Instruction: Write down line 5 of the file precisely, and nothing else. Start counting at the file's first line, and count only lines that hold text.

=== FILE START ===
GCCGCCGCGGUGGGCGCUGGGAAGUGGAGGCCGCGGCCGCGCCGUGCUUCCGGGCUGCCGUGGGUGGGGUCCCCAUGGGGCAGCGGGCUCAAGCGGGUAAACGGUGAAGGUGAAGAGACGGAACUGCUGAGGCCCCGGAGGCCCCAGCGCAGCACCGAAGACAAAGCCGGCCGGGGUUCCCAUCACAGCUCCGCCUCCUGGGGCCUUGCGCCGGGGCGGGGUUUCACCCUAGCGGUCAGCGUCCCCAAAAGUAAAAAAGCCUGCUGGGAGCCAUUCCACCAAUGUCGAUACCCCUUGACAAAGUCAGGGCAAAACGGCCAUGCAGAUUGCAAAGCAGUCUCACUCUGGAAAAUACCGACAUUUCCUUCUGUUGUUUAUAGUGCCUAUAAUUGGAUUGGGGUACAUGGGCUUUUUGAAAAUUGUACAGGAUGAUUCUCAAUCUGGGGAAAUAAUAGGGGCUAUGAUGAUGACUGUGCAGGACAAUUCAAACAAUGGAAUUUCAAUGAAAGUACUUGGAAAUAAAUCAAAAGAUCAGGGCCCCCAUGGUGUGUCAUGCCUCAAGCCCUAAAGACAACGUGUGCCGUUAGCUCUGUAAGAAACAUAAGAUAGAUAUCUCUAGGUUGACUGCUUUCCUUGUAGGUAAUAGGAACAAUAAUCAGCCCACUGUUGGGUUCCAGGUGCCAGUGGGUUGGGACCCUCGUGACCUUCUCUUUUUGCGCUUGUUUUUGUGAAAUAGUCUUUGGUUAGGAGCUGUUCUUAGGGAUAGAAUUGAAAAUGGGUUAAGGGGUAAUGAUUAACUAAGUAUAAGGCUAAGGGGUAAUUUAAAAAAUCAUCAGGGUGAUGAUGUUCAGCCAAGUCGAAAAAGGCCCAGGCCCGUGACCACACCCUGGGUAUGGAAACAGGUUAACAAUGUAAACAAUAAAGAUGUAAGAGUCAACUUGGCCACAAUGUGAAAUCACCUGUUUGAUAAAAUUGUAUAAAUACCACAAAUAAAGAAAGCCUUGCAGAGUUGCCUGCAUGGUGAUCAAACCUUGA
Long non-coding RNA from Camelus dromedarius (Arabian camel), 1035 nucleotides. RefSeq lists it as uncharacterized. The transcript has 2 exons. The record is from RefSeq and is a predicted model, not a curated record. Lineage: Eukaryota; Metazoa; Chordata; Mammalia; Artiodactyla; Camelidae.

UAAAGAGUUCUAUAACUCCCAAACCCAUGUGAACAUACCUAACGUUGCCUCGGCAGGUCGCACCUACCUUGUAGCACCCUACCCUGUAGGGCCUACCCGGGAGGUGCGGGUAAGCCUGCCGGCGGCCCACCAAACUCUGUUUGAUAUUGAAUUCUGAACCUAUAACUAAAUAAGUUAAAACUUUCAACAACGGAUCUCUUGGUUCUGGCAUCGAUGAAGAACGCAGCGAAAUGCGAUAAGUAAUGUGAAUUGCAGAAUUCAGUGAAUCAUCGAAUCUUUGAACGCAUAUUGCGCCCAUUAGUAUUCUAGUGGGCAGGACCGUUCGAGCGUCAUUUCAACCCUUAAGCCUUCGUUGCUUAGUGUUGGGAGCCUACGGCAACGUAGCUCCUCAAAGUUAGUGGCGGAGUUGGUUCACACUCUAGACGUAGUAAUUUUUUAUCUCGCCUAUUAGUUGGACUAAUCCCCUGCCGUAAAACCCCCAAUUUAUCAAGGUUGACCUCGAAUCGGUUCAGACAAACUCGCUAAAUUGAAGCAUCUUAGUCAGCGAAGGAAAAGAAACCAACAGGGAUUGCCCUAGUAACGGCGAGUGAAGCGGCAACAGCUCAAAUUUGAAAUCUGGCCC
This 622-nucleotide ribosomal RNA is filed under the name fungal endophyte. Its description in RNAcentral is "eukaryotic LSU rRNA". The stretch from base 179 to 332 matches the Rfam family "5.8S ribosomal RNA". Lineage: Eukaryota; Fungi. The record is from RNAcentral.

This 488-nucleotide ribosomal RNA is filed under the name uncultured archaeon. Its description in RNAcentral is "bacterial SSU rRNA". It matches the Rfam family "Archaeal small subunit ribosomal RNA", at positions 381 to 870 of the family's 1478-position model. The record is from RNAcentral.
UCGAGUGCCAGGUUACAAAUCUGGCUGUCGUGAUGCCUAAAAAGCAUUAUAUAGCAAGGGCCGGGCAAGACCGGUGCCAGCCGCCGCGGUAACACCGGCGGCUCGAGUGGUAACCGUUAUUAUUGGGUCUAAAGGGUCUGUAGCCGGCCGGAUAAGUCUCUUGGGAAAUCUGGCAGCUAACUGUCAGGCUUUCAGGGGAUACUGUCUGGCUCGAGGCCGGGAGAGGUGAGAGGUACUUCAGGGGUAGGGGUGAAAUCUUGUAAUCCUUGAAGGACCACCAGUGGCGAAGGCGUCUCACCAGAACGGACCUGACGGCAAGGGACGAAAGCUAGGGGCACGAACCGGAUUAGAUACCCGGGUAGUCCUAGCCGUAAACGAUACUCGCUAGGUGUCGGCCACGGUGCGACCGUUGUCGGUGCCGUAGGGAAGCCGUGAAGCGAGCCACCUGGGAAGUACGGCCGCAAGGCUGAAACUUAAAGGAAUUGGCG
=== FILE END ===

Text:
This 488-nucleotide ribosomal RNA is filed under the name uncultured archaeon. Its description in RNAcentral is "bacterial SSU rRNA". It matches the Rfam family "Archaeal small subunit ribosomal RNA", at positions 381 to 870 of the family's 1478-position model. The record is from RNAcentral.